It’s funny how quickly time can pass when you’re having fun–or even not having fun. Time passes even when it seems to be standing still. In a short period of time I’ll officially be a year older and hopefully a bit wiser. It’s usually around this time every year that I get somewhat nostalgic and ask myself yet again, “what am I doing with my life?” The answer never seems to be what I want. However, this past year was a game changer of sorts. I posted a lot about change and making hard decisions all throughout this year and some hard decisions were definitely made. I traveled a fair amount that included trips to France, Mexico, and Greece. I started a job that I realized wasn’t a great fit. I started working nights and stuck it out for a while. One of the biggest lessons learned this year was the importance of being clear about what I want and going after it. I met some pretty big goals simply because of planning and being willing to step outside the box to make it happen. I had a huge disappointment that made me reconsider the direction of my life–as most disappointments do. Ups and downs are a part of life and this year was no exception. However, I’ve learned a lot and matured as a result of being willing to challenge myself and some beliefs that I previously held. I did a overhaul of my life and relocated across the country just to start from the ground up and begin building again. Definitely not something for the faint of heart but I think it’ll work out
I found this great article that I thought was especially relevant. You can read it here. I’ve have a variety of work experiences in my limited years of officially being in the workforce. One of the first things I discovered is that it’s nowhere as glamorous as the TV shows make it out to be. Yeah, it’s nice to be able to pay bills on time but in reality the day to day grind is typically pretty stressful. The author in this post asserts that it’s ok to get personal on the job. I agree to some extent because I know people who consider their coworkers to be extensions of their own family. It’s refreshing to work with a group of people you know well. However, it’s also nice to not feel obligated to invite your coworkers to events like your birthday party or wedding and be pleasant without sharing every detail of your life with those who work with you. The author of this article also mentions poor performance and culture as one of the reasons that millennials are frustrated. I think that a lot of people in my age bracket are realizing that having a job isn’t really all that it’s cracked up to be. Waking up at an ungodly hour on a Monday morning to slave away for the next 8 hours and then repeat for the next 4 days in a roll isn’t exactly the definition of having a good quality of life. Unlike many of the generations before me, I can’t imagine spending 40 years or more in the same position. Many young adults are more focused on doing something that makes an actual difference in the world instead of just clocking in. It’s more about the journey than the end goal (retirement) these days.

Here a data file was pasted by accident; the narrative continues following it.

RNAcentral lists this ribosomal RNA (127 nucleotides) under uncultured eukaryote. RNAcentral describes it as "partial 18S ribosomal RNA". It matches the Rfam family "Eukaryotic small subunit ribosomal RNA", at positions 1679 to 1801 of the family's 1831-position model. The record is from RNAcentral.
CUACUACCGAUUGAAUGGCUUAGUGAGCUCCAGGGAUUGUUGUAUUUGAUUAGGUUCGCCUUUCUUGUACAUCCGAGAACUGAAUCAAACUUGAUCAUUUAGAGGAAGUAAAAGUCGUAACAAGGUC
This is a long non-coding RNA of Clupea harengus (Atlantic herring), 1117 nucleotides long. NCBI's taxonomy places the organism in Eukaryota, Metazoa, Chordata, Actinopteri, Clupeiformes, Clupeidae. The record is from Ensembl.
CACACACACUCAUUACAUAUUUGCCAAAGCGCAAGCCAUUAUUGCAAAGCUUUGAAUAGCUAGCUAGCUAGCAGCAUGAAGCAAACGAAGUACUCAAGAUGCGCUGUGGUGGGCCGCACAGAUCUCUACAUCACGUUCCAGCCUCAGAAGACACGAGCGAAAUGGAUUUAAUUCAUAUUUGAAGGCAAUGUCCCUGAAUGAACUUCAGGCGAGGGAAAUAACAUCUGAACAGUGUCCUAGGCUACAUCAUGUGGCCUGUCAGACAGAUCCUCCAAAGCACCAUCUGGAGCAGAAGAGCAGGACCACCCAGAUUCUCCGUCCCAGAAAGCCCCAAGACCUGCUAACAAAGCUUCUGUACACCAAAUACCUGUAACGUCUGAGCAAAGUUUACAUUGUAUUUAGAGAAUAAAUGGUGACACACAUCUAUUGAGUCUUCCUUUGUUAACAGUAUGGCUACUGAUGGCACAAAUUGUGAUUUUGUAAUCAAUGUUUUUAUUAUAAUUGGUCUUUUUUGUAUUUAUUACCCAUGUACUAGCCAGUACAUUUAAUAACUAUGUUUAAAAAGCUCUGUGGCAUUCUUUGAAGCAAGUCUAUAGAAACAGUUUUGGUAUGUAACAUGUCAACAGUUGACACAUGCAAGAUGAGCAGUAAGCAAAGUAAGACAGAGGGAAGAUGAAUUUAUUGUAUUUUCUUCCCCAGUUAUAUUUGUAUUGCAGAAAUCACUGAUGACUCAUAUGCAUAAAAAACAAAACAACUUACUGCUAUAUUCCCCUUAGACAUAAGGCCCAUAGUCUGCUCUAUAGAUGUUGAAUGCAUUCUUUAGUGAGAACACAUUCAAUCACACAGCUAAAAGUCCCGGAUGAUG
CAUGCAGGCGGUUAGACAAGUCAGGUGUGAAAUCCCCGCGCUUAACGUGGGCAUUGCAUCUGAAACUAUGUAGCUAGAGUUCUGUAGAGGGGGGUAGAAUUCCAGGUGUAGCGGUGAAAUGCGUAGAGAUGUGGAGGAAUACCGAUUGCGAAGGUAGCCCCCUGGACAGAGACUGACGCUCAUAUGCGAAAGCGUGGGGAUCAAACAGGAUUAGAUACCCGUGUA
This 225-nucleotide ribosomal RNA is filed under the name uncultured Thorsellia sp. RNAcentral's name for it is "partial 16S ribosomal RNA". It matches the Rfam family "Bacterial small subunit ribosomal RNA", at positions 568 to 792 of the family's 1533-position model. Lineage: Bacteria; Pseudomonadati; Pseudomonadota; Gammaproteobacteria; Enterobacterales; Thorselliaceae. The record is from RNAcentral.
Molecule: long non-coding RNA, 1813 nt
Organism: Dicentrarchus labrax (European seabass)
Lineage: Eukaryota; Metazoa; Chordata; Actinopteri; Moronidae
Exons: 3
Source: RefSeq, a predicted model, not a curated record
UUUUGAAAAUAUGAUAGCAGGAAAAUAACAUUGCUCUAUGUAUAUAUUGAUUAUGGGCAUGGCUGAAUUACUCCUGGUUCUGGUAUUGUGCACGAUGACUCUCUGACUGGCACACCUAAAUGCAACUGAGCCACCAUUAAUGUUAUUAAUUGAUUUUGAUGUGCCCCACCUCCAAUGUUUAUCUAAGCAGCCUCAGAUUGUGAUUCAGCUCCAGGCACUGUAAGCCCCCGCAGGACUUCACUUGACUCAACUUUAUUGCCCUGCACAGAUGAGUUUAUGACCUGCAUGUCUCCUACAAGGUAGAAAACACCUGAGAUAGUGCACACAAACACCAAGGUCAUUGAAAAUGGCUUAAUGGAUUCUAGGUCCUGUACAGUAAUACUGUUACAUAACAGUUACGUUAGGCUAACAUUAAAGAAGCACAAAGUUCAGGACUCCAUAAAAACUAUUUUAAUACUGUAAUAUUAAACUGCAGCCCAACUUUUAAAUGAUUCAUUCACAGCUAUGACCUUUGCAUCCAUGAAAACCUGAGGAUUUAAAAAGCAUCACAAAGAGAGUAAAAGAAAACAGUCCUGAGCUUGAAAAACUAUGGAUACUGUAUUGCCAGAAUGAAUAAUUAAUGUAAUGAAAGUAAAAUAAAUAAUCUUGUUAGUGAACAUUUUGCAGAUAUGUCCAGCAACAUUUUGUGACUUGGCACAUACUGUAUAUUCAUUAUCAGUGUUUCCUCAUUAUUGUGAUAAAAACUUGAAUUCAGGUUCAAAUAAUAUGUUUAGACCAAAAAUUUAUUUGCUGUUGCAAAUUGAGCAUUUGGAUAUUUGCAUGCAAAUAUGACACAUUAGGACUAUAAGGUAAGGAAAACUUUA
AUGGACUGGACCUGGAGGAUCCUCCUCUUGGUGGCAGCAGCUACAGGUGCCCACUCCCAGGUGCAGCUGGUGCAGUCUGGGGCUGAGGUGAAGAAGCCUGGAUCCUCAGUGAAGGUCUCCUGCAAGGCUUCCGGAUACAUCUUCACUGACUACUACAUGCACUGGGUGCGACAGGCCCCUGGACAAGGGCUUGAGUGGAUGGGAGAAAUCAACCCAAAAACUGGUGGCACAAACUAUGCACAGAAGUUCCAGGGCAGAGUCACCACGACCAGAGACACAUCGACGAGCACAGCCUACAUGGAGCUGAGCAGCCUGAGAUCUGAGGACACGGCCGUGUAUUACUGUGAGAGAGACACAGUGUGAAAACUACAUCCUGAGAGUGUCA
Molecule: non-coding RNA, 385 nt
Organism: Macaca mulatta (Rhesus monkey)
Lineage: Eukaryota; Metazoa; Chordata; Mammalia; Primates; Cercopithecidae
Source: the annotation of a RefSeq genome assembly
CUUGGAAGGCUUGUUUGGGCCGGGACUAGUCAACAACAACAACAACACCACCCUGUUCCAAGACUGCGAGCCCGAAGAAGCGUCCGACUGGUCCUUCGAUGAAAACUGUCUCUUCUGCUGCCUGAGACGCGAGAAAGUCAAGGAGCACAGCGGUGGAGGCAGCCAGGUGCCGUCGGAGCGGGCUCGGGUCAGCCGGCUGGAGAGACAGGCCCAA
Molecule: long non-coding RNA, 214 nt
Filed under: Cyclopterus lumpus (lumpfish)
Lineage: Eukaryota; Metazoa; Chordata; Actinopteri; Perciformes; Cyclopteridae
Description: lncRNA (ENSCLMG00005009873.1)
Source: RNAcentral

Not too long ago I had to make a decision that was uncomfortable but had to be done. I believe in trying to live without regrets and I knew that not taking action would result in regret later. Closure is something that has always been important to me. While it’s a luxury at times, the ability to wrap something up with a nice pretty bow before it’s discarded. There aren’t any loose ends to wrap up. I’ve learned the hard way that it is worth it sometimes to be uncomfortable for a moment instead of having a lifetime of regret. Usually closure is something that’s done for me in some weird twist of circumstances and fate. The difference in this situation was that the responsibility rested solely on me. I had to step up to the plate. I think that having closure is better than carrying around something that we have no control over. It helps us to move on and accept change. No, it may not have turned out the way we would have chosen but there’s a certain peace attached to being able to accept, adjust, and move forward because a chapter of our lives has ended.